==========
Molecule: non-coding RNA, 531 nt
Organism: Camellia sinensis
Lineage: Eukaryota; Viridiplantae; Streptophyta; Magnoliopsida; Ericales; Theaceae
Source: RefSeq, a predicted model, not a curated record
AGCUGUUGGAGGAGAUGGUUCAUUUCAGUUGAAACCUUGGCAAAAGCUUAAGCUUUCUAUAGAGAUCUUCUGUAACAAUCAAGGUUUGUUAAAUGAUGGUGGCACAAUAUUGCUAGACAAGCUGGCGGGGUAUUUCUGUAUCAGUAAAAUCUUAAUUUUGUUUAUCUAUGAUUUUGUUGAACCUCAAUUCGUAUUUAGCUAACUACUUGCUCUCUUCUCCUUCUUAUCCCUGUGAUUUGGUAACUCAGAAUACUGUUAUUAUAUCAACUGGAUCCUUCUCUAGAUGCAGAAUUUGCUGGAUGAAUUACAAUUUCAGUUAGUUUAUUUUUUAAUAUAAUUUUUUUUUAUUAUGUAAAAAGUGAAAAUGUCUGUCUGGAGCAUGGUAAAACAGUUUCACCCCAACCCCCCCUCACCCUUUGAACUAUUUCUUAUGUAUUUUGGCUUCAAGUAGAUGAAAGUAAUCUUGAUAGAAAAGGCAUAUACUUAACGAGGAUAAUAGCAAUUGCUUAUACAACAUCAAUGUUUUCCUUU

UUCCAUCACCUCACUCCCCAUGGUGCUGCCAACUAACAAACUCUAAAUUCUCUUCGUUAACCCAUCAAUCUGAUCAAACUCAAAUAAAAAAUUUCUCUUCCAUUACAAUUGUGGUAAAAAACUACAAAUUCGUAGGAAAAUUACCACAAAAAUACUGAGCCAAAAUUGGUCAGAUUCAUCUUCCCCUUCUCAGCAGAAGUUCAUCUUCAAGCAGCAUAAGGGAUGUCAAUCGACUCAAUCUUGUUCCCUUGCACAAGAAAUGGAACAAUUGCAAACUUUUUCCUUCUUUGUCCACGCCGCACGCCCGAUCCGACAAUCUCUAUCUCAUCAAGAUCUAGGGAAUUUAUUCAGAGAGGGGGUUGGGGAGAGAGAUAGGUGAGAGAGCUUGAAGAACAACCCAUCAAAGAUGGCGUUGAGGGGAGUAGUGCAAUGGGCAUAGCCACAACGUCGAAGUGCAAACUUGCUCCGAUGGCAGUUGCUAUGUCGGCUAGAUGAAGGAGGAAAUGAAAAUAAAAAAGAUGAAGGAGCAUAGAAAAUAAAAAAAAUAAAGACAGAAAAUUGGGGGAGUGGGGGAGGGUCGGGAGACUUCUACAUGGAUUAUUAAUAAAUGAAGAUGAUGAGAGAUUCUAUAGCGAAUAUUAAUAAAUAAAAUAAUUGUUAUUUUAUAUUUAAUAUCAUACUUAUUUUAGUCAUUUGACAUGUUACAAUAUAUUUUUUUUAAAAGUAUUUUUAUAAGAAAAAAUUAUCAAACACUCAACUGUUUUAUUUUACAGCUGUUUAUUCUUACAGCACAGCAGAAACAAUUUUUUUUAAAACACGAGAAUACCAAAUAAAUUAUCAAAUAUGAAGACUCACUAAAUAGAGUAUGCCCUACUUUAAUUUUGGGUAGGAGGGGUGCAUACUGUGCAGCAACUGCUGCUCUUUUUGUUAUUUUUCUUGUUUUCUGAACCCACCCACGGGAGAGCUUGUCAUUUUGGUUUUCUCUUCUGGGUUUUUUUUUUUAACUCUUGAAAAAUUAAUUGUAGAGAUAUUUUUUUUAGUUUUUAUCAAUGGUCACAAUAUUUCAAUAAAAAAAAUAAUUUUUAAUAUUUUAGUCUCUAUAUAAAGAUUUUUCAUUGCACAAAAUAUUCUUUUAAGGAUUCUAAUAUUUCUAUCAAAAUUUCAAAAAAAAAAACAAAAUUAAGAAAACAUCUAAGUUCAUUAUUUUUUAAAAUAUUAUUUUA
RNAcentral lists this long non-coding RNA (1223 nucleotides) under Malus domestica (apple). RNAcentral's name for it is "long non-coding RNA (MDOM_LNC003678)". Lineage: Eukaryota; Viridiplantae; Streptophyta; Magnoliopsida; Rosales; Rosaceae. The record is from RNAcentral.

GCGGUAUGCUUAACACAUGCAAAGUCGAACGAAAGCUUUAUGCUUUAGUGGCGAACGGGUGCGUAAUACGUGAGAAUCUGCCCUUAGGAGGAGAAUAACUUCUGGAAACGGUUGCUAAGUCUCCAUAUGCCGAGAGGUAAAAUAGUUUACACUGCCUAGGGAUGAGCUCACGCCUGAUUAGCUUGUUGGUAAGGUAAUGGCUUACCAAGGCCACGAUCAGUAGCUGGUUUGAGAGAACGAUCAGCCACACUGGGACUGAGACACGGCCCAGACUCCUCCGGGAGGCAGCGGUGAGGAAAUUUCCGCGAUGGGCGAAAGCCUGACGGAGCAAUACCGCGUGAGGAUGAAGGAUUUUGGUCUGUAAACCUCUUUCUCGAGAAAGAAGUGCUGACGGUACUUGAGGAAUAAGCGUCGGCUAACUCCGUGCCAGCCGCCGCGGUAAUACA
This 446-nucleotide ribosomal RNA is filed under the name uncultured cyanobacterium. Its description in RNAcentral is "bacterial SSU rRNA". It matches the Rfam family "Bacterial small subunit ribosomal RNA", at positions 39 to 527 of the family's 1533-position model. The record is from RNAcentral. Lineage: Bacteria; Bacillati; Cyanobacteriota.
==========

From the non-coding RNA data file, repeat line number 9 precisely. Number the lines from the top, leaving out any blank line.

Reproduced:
This 446-nucleotide ribosomal RNA is filed under the name uncultured cyanobacterium. Its description in RNAcentral is "bacterial SSU rRNA". It matches the Rfam family "Bacterial small subunit ribosomal RNA", at positions 39 to 527 of the family's 1533-position model. The record is from RNAcentral. Lineage: Bacteria; Bacillati; Cyanobacteriota.